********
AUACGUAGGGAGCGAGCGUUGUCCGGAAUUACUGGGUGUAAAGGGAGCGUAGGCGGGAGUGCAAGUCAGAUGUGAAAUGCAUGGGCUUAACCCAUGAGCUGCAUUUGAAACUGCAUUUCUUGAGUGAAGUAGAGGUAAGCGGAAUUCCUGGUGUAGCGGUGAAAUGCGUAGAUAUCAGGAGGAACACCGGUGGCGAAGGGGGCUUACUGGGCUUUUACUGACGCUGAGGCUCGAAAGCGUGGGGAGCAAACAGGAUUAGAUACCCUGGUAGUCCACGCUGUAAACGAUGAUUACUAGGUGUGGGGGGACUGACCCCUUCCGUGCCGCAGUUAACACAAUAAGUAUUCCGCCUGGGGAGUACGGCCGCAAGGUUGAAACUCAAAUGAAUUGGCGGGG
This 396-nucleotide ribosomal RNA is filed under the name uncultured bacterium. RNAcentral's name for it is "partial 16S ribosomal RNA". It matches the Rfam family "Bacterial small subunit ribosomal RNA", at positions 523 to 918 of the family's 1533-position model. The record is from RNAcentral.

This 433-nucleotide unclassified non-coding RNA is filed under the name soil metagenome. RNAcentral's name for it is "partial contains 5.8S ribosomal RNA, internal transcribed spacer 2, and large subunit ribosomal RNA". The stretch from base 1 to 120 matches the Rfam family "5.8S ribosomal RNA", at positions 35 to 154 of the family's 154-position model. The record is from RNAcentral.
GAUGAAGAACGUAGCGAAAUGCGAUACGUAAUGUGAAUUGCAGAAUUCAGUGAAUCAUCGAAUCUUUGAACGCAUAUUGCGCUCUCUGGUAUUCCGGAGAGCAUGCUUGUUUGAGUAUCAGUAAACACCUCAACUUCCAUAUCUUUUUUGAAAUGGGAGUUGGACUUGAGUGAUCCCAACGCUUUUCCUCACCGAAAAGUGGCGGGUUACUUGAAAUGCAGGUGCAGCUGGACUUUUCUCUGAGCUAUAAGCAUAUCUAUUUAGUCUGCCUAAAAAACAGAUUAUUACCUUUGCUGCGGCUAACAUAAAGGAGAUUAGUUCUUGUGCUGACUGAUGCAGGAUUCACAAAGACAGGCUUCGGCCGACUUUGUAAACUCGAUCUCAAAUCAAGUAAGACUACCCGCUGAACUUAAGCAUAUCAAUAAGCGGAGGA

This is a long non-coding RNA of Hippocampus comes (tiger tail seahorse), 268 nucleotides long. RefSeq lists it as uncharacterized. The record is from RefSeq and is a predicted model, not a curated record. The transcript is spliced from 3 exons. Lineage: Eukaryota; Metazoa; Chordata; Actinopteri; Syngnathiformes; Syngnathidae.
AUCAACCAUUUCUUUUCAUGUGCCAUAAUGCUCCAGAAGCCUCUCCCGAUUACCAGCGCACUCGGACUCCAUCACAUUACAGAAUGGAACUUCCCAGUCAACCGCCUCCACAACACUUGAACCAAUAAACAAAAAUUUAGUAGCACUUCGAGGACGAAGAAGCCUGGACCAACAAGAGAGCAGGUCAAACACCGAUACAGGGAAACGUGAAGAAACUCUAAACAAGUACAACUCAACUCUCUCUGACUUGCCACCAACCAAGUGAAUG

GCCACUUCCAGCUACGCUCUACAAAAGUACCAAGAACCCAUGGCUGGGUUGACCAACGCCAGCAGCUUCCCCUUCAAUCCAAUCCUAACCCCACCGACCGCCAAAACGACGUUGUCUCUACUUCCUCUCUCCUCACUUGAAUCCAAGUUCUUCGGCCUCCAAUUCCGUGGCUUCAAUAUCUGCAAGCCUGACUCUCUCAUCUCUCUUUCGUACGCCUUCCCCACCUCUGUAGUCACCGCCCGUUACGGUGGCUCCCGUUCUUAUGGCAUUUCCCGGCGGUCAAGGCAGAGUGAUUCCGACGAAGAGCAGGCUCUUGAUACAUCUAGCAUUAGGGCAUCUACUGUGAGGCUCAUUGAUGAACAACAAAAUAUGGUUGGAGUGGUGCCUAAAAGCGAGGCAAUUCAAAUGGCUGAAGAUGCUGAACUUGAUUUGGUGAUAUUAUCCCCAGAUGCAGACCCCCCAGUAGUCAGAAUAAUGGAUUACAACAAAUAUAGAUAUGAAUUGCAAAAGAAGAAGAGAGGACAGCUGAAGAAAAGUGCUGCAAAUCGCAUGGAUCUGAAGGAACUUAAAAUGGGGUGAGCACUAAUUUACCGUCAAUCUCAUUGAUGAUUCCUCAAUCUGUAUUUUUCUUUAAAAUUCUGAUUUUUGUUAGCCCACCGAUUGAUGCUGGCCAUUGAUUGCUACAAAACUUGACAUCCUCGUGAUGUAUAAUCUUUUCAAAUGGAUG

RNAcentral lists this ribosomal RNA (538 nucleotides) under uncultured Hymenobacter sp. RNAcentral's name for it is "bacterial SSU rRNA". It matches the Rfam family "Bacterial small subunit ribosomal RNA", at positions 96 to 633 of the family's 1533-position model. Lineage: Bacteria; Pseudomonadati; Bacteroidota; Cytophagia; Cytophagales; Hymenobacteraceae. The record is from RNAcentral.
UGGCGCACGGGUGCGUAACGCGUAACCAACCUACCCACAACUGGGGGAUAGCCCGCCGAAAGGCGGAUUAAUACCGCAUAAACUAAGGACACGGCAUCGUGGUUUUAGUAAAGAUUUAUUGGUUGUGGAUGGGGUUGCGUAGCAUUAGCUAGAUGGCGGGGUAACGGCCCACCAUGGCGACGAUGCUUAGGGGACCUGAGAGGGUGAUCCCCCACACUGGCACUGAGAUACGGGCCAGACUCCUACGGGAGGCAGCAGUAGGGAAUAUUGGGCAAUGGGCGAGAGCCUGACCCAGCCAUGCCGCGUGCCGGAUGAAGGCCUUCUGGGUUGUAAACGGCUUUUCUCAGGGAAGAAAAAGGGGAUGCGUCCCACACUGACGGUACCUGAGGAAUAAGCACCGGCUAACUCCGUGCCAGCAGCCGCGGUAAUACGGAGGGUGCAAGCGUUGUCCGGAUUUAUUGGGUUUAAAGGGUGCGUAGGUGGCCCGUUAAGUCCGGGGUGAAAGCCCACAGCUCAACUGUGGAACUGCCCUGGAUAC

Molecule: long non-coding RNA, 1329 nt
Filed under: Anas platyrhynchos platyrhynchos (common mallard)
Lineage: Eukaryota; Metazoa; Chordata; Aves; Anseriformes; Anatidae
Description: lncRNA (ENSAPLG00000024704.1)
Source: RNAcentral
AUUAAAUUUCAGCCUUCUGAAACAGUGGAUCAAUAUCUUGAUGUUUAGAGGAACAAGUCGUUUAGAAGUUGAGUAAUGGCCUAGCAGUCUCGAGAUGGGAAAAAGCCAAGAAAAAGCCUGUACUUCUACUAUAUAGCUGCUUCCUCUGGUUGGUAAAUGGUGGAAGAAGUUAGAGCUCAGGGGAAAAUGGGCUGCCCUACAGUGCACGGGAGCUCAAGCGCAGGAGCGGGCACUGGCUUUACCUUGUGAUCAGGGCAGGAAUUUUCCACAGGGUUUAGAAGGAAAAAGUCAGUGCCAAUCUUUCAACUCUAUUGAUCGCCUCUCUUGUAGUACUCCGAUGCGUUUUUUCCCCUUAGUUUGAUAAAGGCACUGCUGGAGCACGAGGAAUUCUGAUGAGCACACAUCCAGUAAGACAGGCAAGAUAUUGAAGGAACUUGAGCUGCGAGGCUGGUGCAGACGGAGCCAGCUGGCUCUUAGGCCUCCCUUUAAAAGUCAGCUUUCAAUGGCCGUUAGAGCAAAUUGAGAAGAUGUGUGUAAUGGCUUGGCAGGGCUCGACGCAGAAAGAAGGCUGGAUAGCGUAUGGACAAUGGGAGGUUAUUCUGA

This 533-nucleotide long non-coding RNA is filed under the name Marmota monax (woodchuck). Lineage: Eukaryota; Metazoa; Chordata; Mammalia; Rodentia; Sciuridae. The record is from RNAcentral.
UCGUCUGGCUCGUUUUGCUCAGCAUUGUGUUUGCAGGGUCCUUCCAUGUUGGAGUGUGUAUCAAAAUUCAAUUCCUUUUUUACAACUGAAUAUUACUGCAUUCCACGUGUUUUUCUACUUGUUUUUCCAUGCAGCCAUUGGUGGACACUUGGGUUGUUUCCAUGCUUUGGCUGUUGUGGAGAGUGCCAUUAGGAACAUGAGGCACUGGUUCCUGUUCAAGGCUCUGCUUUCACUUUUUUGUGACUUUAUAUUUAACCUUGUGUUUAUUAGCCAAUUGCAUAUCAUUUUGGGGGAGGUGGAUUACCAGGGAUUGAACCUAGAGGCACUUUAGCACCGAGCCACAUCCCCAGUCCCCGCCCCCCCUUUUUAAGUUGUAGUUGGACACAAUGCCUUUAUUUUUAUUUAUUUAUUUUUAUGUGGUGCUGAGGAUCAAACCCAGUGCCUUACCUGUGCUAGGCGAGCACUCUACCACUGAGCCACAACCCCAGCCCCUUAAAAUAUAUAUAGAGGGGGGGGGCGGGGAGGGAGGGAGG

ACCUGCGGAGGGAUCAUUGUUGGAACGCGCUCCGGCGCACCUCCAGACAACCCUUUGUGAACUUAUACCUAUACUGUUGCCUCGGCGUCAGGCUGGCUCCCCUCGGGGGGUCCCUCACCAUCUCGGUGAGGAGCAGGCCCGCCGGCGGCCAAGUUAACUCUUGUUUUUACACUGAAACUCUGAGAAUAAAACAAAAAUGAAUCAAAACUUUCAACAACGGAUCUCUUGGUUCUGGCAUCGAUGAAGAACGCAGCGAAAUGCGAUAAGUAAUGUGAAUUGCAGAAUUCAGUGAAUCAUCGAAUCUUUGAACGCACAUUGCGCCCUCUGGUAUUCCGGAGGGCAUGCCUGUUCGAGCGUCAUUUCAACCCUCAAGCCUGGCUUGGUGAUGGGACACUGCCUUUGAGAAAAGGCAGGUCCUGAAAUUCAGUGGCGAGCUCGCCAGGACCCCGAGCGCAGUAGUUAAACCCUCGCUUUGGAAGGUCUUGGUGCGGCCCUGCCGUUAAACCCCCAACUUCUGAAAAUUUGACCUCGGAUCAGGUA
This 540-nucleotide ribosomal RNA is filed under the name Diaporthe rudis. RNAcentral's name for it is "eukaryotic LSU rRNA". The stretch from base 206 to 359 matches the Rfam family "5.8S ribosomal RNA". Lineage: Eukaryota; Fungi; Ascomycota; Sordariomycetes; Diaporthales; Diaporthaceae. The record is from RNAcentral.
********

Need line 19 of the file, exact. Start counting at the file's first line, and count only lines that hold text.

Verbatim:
This 540-nucleotide ribosomal RNA is filed under the name Diaporthe rudis. RNAcentral's name for it is "eukaryotic LSU rRNA". The stretch from base 206 to 359 matches the Rfam family "5.8S ribosomal RNA". Lineage: Eukaryota; Fungi; Ascomycota; Sordariomycetes; Diaporthales; Diaporthaceae. The record is from RNAcentral.